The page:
Union County NJ Prenuptial Agreement Attorney
Prenuptial agreements in New Jersey, also referred to as “premarital agreements” or “postnuptial agreements,” are legally-binding documents crafted among prospective spouses to delineate specific obligations and responsibilities that will take effect upon the commencement of the marriage. These contracts generally address issues involving finances, such as property divisions and alimony or spousal support payments, among others. With the complexity of these agreements and their long-lasting implications, it is always best to consult with an experienced attorney prior to drafting or signing a prenuptial agreement in order to ensure that your interests are thoroughly protected. Attorney Edward S. Cooper has assisted countless clients with prenuptial agreements and postnuptial settlements throughout his extensive tenure as a family law attorney in New Jersey. To discuss your situation and unique needs with Mr. Cooper, contact his Union County offices anytime at 908-481-4625.
Premarital Agreements in New Jersey
Under New Jersey’s Uniform Premarital Agreement Act (UPAA), which was implemented in 1988, valid prenuptial agreements must be outlined in writing, signed and executed by both spouses, and accompanied by a comprehensive statement of assets. The statement of assets serves as evidence that each spouse has disclosed his or her complete financial information. In order to modify or nullify a premarital agreement once the couple is married, a written contract must be signed by both parties agreeing to do so.
It is highly advisable to consult with an attorney prior to entering into a prenuptial agreement in order to ensure that your interests are thoroughly protected. If you choose not to do so, you must sign a statement expressing that you purposefully and voluntarily waived the right to legal representation.
What Can I Include in My Prenuptial Agreement?
“What can I address in this contract?” It is often the first question one asks when discussing the possibility of a prenuptial or premarital agreement. Generally, the most common issues addressed in premarital agreements include:
- The rights and obligations of each of the parties in any of the property of either or both of them whenever and wherever acquired or located;
- The right to buy, sell, use, transfer, exchange, abandon, lease, consume, expend, assign, create a security in, mortgage, encumber, dispose of, or otherwise manage and control property;
- The disposition of property upon separation, martial dissolution, death or the occurrence or nonoccurrence of any other event;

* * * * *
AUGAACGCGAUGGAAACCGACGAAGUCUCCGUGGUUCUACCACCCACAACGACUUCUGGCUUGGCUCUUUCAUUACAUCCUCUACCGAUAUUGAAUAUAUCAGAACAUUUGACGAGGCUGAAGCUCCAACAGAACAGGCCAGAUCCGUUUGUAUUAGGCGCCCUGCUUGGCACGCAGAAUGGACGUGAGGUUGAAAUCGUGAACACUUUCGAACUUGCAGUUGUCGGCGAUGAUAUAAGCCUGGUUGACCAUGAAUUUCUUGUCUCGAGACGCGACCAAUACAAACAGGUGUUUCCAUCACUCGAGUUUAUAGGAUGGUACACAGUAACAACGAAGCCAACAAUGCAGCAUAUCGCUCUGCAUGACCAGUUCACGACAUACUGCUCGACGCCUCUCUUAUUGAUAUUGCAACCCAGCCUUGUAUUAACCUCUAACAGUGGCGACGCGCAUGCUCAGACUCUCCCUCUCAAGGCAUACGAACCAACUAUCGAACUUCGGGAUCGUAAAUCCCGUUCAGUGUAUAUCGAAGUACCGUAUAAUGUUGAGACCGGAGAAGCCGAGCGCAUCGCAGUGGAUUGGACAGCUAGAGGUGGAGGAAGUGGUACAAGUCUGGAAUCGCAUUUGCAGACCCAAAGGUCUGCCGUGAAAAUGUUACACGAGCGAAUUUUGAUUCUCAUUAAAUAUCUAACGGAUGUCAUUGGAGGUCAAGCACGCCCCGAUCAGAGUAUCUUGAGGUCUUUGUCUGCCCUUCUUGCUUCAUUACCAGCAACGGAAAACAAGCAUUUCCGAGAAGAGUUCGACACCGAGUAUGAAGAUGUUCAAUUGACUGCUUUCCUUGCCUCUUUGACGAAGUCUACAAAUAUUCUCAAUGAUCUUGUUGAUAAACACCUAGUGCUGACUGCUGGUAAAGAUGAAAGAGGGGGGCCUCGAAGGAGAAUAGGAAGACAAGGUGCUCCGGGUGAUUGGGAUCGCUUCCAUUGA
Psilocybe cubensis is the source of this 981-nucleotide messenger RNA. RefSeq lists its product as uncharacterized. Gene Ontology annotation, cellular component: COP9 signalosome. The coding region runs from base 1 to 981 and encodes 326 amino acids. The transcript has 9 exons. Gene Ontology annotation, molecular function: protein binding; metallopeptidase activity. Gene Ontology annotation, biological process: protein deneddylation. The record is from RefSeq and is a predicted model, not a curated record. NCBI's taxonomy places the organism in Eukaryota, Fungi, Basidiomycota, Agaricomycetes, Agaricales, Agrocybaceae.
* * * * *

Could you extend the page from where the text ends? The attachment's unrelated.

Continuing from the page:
- The modification or elimination of spousal support;
- The making of a will, trust, or other arrangement to carry out the provisions of the agreement;
- The ownership rights in and disposition of the death benefit from a life insurance policy;
- The choice of law governing the construction of the agreement; and
- Any other matter, including their personal rights and obligations, not in violation of public policy.
*Importantly, child custody and child support payments are generally outside of the purview of prenuptial agreements. These issues must be addressed upon dissolution of the marriage, with the primary consideration being the best interests of the child.
What May Make My Prenuptial Agreement Invalid in New Jersey?
There a variety of circumstances under which your premarital agreement may be deemed invalid and therefore, unenforceable under the law. Some of the typical grounds for challenging a prenuptial agreement include:
- The party executed the agreement involuntarily; or
- The agreement was unconscionable at the time enforcement was sought; or
- That party, before execution of the agreement:
- Was not provided full and fair disclosure of the earnings, property and financial obligations of the other party;
- Did not voluntarily and expressly waive, in writing, any right to disclosure of the property or financial obligations of the other party beyond the disclosure provided;
- Did not have, or reasonably could not have had, an adequate knowledge of the property or financial obligations of the other party; or
- Did not consult with independent legal counsel and did not voluntarily and expressly waive, in writing, the opportunity to consult with independent legal counsel.